I thank him as I go by and say,
“I won’t be home for Christmas.”
This makes them laugh.
I hear French. French people are around me, talking about me, I think, taking pictures. I crawl past a mountain of deep green broccoli, on a table above me. A Frenchman squats next to me and asks how I am and why I am doing this. His accent is thick, his voice, rumbling and soft. He is calm, respectful and interested. White hair and a smushed, medieval, world-weary mug. He seems to know me, the way he peers at me. He has a camera but he is not taking pictures. This could be 700 years ago in another part of the world. Maybe I crawled in another life. Maybe he was my father. I feel ready to believe anything. I stop and we look into each other’s eyes for a moment. He looks like he is about to cry. I thank him for his concern and tell him I am fine.
Scuffed up clogs and bell-bottom jeans at two oclock. I look up at a young woman with a long scarf and fuzzy hat.
“Hi. What are you doing?” She says, amused, and peaceful.
She’s eating a long pear, nibbling on the core, getting every last bit.
She’s not remotely thrown by what I’m doing. She strolls along beside me. My head is mostly down, but when I look up she beams calm west coast mellowness down at me. I don’t know where she’s from but she tells me her name is Melody.
I spot a shiny penny by my hand on a manhole cover and I point at it and suggest she put it down the hole in the manhole cover and make a wish. She picks up the penny.
“Oh no…I save change I find on the street and when I have enough saved up I take a friend on a picnic,” she says.
She asks me more questions and then I stop for a moment on my knees.
“So why are you crawling. Are you protesting something?” she asks.
I take a breath and look at the sky for a second. Sweat is trickling into my eyes and I wipe it away with the back of my glove.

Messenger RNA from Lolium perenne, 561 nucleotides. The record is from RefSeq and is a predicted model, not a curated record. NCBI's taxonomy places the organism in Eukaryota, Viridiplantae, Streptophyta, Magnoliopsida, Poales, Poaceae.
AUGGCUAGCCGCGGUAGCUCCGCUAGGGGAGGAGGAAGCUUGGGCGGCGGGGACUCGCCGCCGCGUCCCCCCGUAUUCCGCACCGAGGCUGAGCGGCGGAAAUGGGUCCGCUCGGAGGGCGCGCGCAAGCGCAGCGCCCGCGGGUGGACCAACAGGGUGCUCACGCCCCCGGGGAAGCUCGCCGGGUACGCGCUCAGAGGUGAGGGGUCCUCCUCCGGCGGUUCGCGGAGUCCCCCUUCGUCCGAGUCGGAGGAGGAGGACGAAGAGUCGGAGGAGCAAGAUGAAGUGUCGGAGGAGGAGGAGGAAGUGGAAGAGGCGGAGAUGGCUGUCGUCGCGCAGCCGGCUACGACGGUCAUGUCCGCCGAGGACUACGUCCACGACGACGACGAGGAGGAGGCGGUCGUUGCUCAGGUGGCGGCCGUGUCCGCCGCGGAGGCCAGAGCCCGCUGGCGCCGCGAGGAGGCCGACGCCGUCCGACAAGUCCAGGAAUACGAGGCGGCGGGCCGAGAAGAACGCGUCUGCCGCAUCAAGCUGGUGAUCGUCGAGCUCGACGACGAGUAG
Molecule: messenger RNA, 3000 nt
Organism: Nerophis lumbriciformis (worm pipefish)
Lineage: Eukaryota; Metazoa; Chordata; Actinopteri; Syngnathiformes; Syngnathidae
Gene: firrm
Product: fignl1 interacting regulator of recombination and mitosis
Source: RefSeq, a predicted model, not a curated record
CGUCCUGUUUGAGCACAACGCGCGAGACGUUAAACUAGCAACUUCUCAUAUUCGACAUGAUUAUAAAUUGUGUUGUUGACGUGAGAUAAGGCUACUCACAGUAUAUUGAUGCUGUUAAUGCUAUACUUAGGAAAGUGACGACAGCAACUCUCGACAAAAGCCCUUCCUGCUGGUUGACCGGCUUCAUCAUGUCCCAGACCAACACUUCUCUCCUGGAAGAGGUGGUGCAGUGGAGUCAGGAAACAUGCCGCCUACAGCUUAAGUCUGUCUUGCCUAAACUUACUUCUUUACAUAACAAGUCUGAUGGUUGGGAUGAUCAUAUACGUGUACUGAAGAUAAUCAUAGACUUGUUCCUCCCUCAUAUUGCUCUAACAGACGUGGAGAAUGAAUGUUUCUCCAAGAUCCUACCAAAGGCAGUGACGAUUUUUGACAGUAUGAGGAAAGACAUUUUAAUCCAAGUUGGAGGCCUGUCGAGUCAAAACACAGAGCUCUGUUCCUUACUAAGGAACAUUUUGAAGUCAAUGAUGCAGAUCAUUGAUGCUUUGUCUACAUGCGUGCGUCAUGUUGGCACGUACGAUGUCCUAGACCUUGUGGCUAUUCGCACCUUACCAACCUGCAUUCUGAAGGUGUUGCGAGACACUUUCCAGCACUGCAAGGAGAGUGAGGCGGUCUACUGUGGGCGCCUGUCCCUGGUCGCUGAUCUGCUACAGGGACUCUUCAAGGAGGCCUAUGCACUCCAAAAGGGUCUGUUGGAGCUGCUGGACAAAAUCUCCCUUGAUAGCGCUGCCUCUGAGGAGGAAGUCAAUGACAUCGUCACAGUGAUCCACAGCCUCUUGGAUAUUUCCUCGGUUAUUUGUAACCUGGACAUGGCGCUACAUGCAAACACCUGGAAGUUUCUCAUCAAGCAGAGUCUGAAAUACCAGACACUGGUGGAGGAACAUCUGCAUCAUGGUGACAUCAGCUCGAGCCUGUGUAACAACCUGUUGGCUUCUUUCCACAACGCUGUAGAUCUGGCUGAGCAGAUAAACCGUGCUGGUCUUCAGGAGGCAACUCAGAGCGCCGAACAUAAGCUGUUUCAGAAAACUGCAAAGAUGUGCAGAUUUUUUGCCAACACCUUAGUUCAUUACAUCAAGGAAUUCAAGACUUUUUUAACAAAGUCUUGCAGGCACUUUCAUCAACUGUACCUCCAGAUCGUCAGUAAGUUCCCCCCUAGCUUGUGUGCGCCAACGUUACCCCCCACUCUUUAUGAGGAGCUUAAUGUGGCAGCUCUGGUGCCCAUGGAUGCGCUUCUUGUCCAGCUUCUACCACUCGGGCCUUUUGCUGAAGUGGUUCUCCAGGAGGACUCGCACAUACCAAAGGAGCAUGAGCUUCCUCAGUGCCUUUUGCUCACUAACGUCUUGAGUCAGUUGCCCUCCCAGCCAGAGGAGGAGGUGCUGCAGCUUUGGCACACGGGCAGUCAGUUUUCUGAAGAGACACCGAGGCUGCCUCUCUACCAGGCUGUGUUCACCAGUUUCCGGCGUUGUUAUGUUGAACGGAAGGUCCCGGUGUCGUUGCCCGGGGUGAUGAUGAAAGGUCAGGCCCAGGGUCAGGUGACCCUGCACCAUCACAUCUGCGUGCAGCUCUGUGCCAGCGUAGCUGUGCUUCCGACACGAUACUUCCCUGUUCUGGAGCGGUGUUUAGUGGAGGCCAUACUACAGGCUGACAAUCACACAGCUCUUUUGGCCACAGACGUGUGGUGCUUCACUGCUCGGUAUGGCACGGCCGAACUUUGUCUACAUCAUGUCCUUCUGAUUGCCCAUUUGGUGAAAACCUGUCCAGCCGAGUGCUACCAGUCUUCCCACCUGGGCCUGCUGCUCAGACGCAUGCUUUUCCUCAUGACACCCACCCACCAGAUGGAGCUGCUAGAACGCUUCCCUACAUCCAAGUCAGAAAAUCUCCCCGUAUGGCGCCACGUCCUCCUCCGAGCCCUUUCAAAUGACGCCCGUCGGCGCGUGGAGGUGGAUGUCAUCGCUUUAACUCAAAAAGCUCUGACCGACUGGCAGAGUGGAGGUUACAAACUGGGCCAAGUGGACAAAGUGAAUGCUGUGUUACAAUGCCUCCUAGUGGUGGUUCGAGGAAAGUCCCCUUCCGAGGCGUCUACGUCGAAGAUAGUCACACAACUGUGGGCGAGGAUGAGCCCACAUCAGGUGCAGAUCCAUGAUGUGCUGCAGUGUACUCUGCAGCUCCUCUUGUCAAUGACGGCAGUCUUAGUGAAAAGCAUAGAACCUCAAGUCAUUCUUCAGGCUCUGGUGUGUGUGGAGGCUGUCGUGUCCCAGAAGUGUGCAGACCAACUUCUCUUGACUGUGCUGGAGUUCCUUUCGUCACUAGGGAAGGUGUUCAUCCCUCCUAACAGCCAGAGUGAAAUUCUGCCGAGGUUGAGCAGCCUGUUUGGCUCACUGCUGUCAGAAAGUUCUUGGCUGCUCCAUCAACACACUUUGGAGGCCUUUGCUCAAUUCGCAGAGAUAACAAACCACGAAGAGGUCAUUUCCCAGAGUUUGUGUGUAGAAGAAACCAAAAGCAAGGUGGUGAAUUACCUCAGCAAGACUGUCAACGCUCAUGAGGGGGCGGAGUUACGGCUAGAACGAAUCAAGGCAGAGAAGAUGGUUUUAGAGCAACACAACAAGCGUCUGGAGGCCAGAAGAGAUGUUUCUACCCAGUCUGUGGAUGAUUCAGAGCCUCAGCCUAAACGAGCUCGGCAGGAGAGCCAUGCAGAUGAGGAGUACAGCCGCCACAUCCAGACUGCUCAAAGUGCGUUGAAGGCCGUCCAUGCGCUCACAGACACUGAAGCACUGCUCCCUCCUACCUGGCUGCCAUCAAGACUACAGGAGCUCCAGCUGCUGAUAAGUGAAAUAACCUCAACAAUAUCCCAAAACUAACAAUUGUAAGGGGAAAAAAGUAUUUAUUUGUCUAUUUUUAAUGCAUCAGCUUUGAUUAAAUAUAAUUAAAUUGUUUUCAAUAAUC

“I don’t know,” I say. “ It started that way, wanting to protest, but there were so many things that needed protesting I couldn’t make up my mind, too many options, overwhelming, so I just chose them all and started to crawl.”
She seems to get that. She seems to get the whole thing. I ask her what she does. She says she’s a pianist. It’s time to say goodbye to Melody. It’s time to quasi moto on out of here.
I crawl across 17th street and out of the square. It’s like I’m headed back into the dark forest, leaving the safe embrace of the village, going out beyond the pale again.
Times Square is the next major destination. It looms in the undone lore of my crawl like some distant kingdom, filled with neon dragons. A digital inferno lights up the sky. I don’t know what I will find there. Or what will find me.
I turn and look back one more time. Why do I have to go? I could crawl around the market, round and round and mingle with these wholesome folk. There is no need to go any further. Everything I need is in the market. I could be the Union Square Crawler. Why not leave it at that?
This is probably how it was when people expanded west across this country. They planned on going to California but it was so far and after a while a field in Iowa next to a river seemed good enough and they stopped there and made a stand. And some kept going. But they weren’t going home. They were pioneers, looking for a new life in a new place.
I’m going home. Already I worry about the ending. Who will I be without the crawling? I want this to change me… or make me who I’m supposed to be.
This is my Odyssey. Some might call it an Idiodyssey but it is an Odyssey nonetheless! Maybe I’m getting carried away again. Humble pilgrim. Humble pilgrim.
I imagine crawling ever slower, taking more time, becoming addicted to this journey and losing track of the destination.
The distance that remains is real. Soon the snow will fly. I cannot linger here. I move north away from Union Square, steel toes scraping the sidewalk behind me.